A four-week-old Caucasian female (born at 39 weeks via C-section, no complications during pregnancy or delivery) with past medical history only significant for bilateral club feet was brought in by her mother for “drifting of the right eye” and “cloudy” appearance of the pupil noted since birth. No significant family ocular history is reported by the mother. The patient did not react to a light stimulus shining on the right eye but did on the left eye. There was a notable right exotropia, but motility was full by doll’s head maneuver. Slit lamp exam of the right eye is demonstrated in the photo; the left eye appeared normal.

15 comments

  1. I think that DDX is a list of conditions that can not be differentiated unless we run some investigations.
    I hope If the list of DDX is revised.

    1. A differential diagnosis is the list of diagnostic possibilities that exist from preliminary information obtained on history or examination. Further history, examination and testing allows one to refine the broad list of possible diagnoses down to a more limited number or only one possible diagnosis.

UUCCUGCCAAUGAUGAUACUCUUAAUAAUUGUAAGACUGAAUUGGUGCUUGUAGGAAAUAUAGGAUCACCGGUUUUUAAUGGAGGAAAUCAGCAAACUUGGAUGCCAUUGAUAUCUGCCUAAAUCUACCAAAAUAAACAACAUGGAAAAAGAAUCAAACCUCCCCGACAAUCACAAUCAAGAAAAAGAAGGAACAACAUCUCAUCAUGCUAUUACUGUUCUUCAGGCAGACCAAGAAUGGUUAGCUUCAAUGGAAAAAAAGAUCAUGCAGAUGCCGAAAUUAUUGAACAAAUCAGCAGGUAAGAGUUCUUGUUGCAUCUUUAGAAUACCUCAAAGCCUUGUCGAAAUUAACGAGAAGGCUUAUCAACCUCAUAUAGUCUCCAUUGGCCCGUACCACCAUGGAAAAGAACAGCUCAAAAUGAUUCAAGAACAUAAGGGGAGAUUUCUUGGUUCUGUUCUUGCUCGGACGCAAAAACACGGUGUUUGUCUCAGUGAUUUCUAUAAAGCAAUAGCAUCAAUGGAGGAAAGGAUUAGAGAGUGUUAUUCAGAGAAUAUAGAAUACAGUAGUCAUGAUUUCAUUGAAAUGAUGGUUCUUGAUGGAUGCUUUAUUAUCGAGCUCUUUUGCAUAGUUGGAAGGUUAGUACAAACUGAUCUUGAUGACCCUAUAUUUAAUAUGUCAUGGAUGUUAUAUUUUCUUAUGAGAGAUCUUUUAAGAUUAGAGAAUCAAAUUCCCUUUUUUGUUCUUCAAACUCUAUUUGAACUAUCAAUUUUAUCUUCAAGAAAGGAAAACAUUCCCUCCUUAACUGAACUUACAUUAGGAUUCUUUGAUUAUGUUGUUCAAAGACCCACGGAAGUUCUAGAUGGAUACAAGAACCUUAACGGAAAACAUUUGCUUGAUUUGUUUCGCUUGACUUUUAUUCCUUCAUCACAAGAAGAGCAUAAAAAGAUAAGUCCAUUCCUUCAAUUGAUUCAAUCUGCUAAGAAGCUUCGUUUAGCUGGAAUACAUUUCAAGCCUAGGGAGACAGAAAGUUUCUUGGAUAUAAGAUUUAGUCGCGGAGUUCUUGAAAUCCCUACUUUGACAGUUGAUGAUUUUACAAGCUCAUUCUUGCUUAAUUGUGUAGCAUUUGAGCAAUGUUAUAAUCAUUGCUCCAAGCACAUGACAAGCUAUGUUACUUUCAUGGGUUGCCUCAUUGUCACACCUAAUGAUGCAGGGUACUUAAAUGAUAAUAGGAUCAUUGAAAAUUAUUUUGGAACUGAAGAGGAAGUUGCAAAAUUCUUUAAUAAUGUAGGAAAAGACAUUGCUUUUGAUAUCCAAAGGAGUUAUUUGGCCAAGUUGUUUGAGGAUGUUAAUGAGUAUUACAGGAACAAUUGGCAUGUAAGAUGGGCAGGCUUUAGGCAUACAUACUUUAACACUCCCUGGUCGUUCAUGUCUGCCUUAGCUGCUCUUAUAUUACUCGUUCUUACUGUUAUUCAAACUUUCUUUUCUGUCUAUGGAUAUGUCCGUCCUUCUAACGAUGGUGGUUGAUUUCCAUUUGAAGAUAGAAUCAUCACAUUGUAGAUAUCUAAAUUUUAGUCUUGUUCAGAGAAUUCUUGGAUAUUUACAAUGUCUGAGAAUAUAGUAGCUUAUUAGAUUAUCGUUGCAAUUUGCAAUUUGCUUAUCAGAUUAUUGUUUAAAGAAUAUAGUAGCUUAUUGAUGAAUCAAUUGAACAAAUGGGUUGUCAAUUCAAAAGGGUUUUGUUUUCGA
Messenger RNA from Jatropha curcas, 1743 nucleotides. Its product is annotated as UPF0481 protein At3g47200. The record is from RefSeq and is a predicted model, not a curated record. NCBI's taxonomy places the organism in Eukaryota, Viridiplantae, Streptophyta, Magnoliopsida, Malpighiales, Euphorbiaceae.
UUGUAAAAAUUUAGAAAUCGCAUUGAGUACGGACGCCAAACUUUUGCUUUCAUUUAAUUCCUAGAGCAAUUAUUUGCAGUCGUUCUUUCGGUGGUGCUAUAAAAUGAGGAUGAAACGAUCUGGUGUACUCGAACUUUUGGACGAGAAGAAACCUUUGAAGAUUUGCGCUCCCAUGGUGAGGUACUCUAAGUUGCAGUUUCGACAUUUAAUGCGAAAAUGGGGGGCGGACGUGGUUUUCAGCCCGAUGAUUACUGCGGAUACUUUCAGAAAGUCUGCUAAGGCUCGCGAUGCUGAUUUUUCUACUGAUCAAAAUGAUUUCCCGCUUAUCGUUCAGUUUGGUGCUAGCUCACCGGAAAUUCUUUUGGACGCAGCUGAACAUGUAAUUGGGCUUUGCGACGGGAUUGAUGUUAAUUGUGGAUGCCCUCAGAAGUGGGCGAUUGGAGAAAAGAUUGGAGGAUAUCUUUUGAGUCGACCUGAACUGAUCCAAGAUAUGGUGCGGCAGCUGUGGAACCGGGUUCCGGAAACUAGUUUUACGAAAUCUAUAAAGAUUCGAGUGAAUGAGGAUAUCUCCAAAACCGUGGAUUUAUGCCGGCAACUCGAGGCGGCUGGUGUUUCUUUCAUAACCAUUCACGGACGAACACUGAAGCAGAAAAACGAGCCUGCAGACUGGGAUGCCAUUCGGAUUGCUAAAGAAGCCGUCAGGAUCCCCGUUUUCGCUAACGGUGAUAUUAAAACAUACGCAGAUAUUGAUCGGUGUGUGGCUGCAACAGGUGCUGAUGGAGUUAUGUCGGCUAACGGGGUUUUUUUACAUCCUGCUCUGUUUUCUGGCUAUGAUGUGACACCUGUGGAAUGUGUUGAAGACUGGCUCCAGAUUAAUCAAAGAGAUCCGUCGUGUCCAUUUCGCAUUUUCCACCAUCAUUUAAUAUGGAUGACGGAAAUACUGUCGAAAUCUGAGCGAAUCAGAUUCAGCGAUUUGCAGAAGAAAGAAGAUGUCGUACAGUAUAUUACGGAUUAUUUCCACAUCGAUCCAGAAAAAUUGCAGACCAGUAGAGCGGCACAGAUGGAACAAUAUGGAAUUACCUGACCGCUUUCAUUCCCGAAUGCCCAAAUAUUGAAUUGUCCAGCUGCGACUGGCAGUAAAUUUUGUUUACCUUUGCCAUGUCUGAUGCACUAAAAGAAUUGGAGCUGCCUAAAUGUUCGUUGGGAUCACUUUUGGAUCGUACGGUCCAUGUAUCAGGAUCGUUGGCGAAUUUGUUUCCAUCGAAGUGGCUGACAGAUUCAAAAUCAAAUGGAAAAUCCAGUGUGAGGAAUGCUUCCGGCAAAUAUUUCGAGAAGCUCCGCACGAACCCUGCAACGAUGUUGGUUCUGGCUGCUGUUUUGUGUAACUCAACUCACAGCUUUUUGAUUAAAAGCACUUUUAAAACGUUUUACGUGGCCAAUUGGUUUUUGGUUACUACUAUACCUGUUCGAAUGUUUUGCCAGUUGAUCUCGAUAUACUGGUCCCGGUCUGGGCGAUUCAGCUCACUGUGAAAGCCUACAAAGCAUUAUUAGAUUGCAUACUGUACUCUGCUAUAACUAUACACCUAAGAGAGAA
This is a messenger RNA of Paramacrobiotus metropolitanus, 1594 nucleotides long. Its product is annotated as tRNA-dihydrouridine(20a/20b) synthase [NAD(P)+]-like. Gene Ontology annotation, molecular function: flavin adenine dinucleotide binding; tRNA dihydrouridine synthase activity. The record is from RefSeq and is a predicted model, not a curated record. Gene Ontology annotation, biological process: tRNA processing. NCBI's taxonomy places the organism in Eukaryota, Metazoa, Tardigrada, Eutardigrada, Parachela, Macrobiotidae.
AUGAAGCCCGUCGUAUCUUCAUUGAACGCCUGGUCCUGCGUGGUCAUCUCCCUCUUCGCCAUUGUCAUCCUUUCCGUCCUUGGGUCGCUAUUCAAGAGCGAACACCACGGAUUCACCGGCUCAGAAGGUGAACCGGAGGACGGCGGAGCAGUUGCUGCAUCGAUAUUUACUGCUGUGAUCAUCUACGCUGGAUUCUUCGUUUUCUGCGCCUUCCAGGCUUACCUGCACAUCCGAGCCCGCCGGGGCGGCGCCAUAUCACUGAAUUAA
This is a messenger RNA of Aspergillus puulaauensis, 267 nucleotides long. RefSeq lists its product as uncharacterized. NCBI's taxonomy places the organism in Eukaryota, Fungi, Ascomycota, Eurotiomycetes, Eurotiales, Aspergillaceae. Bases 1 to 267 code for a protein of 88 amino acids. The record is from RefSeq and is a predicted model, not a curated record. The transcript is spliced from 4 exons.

2. Congenital cataract and ehe deviation in the eye indicate abnormal retinal coresponde due to amblyopia

    1. With a significant cataract, there is no retinal correspondence as the image is too obscurred. In a case like this, the exotropia would best be described as “sensory deprivation strabismus” which can be either esotropic (more common of congenital conditions) or extropic (more common of aquired conditions… but these rules are not definite).

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